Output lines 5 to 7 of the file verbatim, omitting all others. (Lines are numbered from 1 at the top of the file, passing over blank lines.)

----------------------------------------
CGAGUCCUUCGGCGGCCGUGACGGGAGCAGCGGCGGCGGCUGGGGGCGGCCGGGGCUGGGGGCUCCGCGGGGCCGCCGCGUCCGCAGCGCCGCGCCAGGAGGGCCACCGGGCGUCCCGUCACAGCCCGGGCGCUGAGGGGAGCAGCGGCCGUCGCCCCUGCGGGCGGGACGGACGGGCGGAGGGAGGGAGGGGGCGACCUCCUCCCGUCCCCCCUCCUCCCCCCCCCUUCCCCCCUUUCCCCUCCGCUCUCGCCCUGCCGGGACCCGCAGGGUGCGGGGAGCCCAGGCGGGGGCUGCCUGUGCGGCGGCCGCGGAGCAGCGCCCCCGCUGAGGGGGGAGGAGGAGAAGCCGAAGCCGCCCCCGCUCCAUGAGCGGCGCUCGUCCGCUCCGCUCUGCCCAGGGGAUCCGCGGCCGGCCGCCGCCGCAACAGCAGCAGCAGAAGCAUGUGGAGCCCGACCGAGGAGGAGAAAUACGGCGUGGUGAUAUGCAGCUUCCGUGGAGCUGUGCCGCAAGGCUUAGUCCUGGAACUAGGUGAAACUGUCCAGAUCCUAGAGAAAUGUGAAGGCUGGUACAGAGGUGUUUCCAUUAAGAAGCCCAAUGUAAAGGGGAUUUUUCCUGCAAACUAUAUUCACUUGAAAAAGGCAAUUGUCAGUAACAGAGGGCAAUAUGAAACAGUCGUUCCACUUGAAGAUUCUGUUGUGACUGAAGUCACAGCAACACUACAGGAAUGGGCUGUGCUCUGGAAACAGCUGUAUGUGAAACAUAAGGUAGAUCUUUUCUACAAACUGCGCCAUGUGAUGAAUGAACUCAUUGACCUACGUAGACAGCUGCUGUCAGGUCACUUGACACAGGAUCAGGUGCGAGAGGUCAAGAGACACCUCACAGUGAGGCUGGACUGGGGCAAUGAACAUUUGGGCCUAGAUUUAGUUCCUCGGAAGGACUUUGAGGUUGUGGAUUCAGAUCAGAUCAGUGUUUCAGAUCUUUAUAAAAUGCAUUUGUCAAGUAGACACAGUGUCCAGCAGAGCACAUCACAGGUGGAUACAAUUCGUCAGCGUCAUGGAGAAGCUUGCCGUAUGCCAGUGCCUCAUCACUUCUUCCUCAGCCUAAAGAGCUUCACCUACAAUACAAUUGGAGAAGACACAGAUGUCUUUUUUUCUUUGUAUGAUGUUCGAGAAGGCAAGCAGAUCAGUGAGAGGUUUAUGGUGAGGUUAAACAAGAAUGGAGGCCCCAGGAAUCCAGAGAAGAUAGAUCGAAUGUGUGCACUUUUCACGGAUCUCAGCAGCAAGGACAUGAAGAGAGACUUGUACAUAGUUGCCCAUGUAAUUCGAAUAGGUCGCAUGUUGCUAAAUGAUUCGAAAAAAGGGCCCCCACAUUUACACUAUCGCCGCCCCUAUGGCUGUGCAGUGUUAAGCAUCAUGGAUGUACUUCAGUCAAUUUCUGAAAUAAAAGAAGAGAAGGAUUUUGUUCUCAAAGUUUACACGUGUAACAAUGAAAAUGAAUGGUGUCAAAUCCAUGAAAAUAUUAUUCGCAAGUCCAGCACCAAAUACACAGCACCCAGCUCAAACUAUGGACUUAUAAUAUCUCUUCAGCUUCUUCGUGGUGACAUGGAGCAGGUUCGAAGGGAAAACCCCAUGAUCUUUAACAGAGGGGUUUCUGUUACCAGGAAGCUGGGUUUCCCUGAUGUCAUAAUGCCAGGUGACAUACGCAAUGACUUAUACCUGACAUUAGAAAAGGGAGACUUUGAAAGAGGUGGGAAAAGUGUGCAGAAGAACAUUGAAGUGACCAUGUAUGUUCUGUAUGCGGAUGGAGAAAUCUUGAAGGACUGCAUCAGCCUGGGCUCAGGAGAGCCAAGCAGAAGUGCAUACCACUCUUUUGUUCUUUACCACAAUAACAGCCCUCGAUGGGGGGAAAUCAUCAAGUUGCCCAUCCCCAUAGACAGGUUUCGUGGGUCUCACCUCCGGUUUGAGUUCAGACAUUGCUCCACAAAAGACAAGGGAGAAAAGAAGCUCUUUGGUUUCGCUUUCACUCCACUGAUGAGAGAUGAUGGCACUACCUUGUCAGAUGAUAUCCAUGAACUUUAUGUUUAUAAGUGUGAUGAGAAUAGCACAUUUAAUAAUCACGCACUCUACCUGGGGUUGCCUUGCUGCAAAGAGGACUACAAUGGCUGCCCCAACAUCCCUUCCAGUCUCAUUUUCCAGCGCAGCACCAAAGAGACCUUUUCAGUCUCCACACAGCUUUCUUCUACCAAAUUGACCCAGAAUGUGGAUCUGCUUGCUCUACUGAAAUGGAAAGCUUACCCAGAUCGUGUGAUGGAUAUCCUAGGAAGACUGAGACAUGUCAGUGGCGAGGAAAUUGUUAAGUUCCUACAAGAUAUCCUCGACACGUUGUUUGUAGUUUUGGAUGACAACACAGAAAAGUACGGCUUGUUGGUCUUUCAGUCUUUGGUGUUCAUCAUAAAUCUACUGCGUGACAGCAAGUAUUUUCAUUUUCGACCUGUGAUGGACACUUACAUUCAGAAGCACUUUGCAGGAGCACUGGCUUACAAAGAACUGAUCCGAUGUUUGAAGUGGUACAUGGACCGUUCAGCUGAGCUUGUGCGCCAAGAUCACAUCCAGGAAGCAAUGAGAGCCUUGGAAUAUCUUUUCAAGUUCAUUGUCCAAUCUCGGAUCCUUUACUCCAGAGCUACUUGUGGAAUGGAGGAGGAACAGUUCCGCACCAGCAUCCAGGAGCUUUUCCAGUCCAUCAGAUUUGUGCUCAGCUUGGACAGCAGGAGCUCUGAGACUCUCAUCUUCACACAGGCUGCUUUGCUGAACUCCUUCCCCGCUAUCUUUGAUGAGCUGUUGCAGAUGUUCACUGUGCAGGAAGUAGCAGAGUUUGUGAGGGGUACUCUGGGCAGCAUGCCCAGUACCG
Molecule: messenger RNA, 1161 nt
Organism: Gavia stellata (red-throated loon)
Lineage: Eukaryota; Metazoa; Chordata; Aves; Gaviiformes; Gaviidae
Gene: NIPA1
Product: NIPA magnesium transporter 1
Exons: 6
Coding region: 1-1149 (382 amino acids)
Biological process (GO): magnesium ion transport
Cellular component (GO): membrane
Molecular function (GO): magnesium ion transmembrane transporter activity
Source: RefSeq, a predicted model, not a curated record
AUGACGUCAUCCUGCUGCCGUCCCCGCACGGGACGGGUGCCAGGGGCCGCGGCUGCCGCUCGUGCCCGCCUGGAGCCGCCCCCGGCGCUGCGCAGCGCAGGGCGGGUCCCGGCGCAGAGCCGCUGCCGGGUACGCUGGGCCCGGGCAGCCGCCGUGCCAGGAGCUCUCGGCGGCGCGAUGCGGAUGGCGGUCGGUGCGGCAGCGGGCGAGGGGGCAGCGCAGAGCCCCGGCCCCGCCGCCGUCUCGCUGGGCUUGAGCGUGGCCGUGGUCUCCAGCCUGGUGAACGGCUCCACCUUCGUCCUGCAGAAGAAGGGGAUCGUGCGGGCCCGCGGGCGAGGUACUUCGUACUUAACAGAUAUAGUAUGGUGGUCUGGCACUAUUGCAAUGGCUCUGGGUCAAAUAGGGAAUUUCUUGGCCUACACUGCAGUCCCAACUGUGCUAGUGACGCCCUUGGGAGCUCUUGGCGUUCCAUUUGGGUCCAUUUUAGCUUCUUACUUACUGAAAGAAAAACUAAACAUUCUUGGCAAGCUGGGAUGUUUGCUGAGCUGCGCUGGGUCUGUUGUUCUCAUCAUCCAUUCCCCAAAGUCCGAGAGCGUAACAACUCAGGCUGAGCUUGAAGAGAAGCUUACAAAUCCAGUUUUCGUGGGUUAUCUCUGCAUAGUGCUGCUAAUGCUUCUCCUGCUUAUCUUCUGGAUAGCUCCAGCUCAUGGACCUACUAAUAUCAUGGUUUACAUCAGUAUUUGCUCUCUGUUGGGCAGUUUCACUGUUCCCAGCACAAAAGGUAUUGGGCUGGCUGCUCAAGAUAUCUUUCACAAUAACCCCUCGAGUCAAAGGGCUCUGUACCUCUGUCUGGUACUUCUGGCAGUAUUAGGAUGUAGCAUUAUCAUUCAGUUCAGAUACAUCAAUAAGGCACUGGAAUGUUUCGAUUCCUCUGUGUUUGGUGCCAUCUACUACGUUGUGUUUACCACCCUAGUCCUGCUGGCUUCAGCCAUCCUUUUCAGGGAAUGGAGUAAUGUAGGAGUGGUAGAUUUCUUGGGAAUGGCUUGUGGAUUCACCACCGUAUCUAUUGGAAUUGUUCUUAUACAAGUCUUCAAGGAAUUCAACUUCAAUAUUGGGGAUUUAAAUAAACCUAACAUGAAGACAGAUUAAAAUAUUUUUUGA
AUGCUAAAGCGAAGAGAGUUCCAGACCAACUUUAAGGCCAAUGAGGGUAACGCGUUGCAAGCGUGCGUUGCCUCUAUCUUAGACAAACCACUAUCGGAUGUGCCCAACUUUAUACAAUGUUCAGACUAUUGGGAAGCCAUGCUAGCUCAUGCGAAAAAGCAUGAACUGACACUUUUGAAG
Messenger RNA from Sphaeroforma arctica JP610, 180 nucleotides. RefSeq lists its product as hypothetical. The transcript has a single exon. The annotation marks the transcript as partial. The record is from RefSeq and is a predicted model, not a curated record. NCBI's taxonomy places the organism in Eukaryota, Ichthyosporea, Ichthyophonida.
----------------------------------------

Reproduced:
Gene: NIPA1
Product: NIPA magnesium transporter 1
Exons: 6